Milan has announced one of Europe’s most ambitious mobility schemes, known as Strade Aperte (open roads). Its goal is to reduce cars in phase 2 of the lockdown by increasing bike lanes and pedestrian areas.
H2 bike, the e-bike that doesn’t need batteries: it runs on hydrogen
Linde Group ha testato il primo prototipo di bicicletta a pedalata assistita a idrogeno. Niente pacco batterie, al suo posto una ricarica di H2.
It has no batteries, but a hydrogen fuel cell able to produce electricity. It is the H2 bike, a functioning e-bike prototype which uses about 30 grams of hydrogen fuel and oxygen taken from the surrounding air to produce electricity for the assisted pedalling.
It has been realised by engineers of the Linde Group, German multinational committed to developing hydrogen technologies. The e-bike can travel up to 100 kilometres on a single tank, with no emissions.
“Linde is pushing new and unconventional ideas to contribute to the widespread commercialisation of hydrogen as a clean technology,” commented Wolfgang Büchele, CEO of Linde. “With the Linde H2 bike, we have shown that the benefits of hydrogen drives are not restricted to cars – bikes are another interesting application”. The group is strongly committed to developing hydrogen technologies, both for producing sustainable gas and creating a quick, safe recharge network.
As the company underlines, hydrogen has to be produced with energy from renewable sources, in order it to be sustainable from an energy and environmental point of view. An example of that is the Energiepark Mainz in Germany, where Siemens, in collaboration with Linde, has realised a plant to produce hydrogen fuel from wind energy. There, the gas is produced to be used as fuel, as well as to store extra energy coming from neighbouring wind farms.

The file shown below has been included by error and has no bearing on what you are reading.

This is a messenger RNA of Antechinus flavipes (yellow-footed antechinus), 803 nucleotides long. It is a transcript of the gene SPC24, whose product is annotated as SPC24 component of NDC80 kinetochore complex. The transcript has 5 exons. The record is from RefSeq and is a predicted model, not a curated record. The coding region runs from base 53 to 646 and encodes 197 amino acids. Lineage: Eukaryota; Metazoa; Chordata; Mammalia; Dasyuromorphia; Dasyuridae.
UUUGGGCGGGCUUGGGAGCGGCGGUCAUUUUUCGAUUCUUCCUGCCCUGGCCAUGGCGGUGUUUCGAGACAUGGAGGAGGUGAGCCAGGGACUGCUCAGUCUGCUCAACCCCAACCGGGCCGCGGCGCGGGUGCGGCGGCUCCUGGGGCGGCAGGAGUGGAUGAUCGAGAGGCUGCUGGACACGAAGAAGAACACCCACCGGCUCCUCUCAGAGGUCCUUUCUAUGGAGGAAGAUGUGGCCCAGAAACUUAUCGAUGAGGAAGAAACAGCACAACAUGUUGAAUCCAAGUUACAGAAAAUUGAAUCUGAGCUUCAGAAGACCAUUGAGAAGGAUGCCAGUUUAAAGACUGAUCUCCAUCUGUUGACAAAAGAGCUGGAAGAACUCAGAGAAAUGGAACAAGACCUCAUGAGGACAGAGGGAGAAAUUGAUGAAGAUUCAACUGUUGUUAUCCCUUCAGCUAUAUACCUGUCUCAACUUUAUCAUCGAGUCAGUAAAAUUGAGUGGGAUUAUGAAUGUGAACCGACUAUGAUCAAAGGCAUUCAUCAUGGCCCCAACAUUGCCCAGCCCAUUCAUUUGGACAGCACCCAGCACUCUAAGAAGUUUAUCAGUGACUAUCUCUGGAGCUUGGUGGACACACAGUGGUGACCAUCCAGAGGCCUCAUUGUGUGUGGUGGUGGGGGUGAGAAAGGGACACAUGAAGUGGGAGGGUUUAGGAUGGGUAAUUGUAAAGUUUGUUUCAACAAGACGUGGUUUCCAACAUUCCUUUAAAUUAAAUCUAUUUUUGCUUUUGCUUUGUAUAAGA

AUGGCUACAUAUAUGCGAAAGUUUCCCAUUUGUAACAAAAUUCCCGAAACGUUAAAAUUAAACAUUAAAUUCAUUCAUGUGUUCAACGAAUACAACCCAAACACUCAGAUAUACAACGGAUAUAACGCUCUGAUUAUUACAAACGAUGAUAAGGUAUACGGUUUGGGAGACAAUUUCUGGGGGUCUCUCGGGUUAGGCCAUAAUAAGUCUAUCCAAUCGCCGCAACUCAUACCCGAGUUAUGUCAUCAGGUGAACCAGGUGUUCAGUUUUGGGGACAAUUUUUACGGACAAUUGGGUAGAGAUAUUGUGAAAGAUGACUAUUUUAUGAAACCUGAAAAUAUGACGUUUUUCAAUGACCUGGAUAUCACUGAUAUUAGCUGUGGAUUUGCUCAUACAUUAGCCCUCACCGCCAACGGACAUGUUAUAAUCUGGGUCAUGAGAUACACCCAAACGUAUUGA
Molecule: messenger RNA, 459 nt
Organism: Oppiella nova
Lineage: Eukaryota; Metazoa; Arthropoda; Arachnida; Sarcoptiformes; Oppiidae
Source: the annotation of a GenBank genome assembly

By employing hydrogen technologies, there’s no need of using lithium batteries, the group said, because spent batteries have to be processed and managed not to become hazardous waste.
For now, H2 bike is only a limited series, realised in just 3 months. But we believe that hydrogen e-bikes could be soon part of our everyday life.
Quest'opera è distribuita con Licenza Creative Commons Attribuzione - Non commerciale - Non opere derivate 4.0 Internazionale.
Formula 1, the world’s most important auto racing championship, has decided to turn the page and aim for carbon neutrality with the support of its teams, drivers and the whole racing circus.
From “hybrid” culture to the Olympics. Toyota and LifeGate, a decade together for sustainable mobility
Toyota and LifeGate began telling the story of hybrid mobility back in 2006, now, on the road to the Tokyo 2020 Olympics, they’re still treading the path of sustainable mobility. Here are the main steps of the journey.
Germany’s first solar bicycle lane could be the prototype for the roads of the future. The photovoltaic tiles melt snow and ice, and are capable of absorbing noise.
The Vespa is back in an electric version. Production has just started and the first models can be reserved online starting from October.
The city of Utrecht, in the Netherlands, has inaugurated a bicycle path that brings together a bridge, the rooftop of a school and a garden.
The Lego hair bike helmet is the latest Internet craze. For now it’s just a prototype but production on a large scale will probably start soon.
Heir to the legendary Bulli van of the ‘60s, the official vehicle of the hippie movement, the new Volkswagen van is electric and self-driving. It has eight seats and can be turned into a living room. It will be produced starting from 2021.
Copenhagen has achieved an unprecedented result by investing in two-wheel mobility. Bikes now outnumber cars in Denmark’s capital.